Now for what everyone wants to know of course which is how to make money with sound design. I can’t tell you the best way, but I can share what works for me. Take these gems and tweak them to work for you.
1. Don’t Be a Snob Work with any Budget
If a client has a budget of $72.00, don’t blow them off, work with them. Most people work for free trying to come up and others don’t work at all when they cling to a specific price point. I’ve done work for free, lots of it.
I didn’t ask for credit or anything. I just wanted to be a part of the process. I’ve found that the best connections I have in this industry are those I’ve built with.
2. Say Yes! and Accept Any Gig
This is where I make the most money
There will be times when you’ll be offered projects you’re not passionate about. Rather than rolling your eyes or trying to convince the client otherwise… just do the damn project.
Beating the dead horse (expanding on point #1)
What’s the worst that could happen? You get some experience, some money, another connection, and someone who can vouch for your skills? Doesn’t sound too bad IMO.
My first projects as a sound designer (field recordist) weren’t too exciting. I wanted to dive into video games but had to settle for supplying nature sounds to a fancy hotel. The pay per project wasn’t much $47.00-$60.00 for my time.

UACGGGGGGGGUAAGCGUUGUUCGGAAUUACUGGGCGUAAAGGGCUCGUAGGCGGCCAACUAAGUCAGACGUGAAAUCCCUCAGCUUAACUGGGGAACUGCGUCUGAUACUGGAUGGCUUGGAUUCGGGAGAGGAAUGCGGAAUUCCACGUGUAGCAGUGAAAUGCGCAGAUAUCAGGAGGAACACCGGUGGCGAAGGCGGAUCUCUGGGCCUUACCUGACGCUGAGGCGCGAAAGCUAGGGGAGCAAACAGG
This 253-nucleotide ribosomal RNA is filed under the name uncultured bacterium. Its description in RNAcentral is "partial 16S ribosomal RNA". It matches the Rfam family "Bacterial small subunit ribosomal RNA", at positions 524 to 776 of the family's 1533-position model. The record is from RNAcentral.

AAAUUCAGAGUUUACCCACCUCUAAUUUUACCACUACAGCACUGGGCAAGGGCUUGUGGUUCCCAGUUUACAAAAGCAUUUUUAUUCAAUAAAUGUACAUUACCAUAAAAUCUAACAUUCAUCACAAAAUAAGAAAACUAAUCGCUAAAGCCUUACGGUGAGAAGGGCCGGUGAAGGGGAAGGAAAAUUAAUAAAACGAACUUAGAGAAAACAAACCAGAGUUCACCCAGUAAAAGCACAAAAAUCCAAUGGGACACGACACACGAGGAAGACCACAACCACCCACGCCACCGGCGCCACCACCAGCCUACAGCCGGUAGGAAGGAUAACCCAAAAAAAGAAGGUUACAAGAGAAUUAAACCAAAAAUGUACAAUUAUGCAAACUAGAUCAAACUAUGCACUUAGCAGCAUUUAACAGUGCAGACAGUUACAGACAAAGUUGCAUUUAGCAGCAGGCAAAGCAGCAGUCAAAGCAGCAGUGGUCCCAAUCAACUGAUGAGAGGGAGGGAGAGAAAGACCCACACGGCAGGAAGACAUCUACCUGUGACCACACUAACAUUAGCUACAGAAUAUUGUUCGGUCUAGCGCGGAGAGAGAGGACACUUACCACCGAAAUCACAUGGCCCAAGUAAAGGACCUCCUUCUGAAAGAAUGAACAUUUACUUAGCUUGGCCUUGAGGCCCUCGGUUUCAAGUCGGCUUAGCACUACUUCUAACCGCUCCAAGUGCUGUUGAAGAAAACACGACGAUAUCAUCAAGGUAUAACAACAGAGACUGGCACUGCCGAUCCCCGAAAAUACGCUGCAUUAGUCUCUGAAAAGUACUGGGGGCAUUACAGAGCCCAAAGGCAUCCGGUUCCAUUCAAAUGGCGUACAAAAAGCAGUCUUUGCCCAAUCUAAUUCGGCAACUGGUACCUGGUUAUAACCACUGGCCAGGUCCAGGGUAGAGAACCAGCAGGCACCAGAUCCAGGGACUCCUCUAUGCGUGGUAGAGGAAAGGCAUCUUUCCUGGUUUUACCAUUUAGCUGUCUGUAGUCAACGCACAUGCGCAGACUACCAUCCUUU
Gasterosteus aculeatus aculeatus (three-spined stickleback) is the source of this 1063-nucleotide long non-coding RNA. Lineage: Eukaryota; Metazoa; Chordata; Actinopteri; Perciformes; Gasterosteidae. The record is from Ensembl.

It was easy, so I took on 40+ sub-contracts through the same client.
Estimating…each project took 2-3 hours between recording, editing, and finalizing. Doing the math, I collectively made $2,950. That’s over 100 working hours between all contracted gigs.
It might sound like too much, too little, but we easily spend the same amount of time engaging in nonproductive activities. Some of us spend hours diddling on Facebook, not making a dime. All in all, this wasn’t too bad.
The bottom line, saying “yes” keeps you working.
3. Build Your Sound FX or Sound Library
Setup an online store, and drive traffic to it. Creating a website is extremely easy these days. All you need is a host, a theme, and WordPress. You could be up in running in 30 minutes, no coding experience is needed.
Again, that’s 30 minutes to get the site up.
You’ll spend at least 5 hours a week tweaking and monetizing the site. I can hear the moaning and groaning now, but it’s a business, treat it like one.
The upside to having a site is the ability to do business 24/7. You won’t have to find people, they’ll be able to find you (easily).
This is done by using social media and understanding how to rank in search engines. Very easy to do these days when you have something of value.
4. Have A Payment Processor
Without a payment processor, it’ll be rough getting paid. Clients can use check or MO, but why should they? Have a Paypal or something similar available.
This is crucial for working with clients online. If it’s too hard to pay for your service, the customer will go somewhere else.
The two payment processors I use are Paypal & Square.
5. Connect & Familiarize Yourself With The Industry
I can’t stress the importance of this enough. Music production and sound design are a little different Read my post how to get your music in video games. This will give you some insight into how different things can be.
Aside from that, you want to connect and build relationships with other professionals as with any industry.
Often times sound designers like myself get overwhelmed and we wind passing work to others in order to get the project complete. This is what led to me working with JoWood and Take2 as well as a few other gaming companies.
The tips above are exactly what I do to make a good living as a sound designer. Accept projects, deliver, get paid for it, very simple concept.
In the next post, I’ll cover where to find clients who pay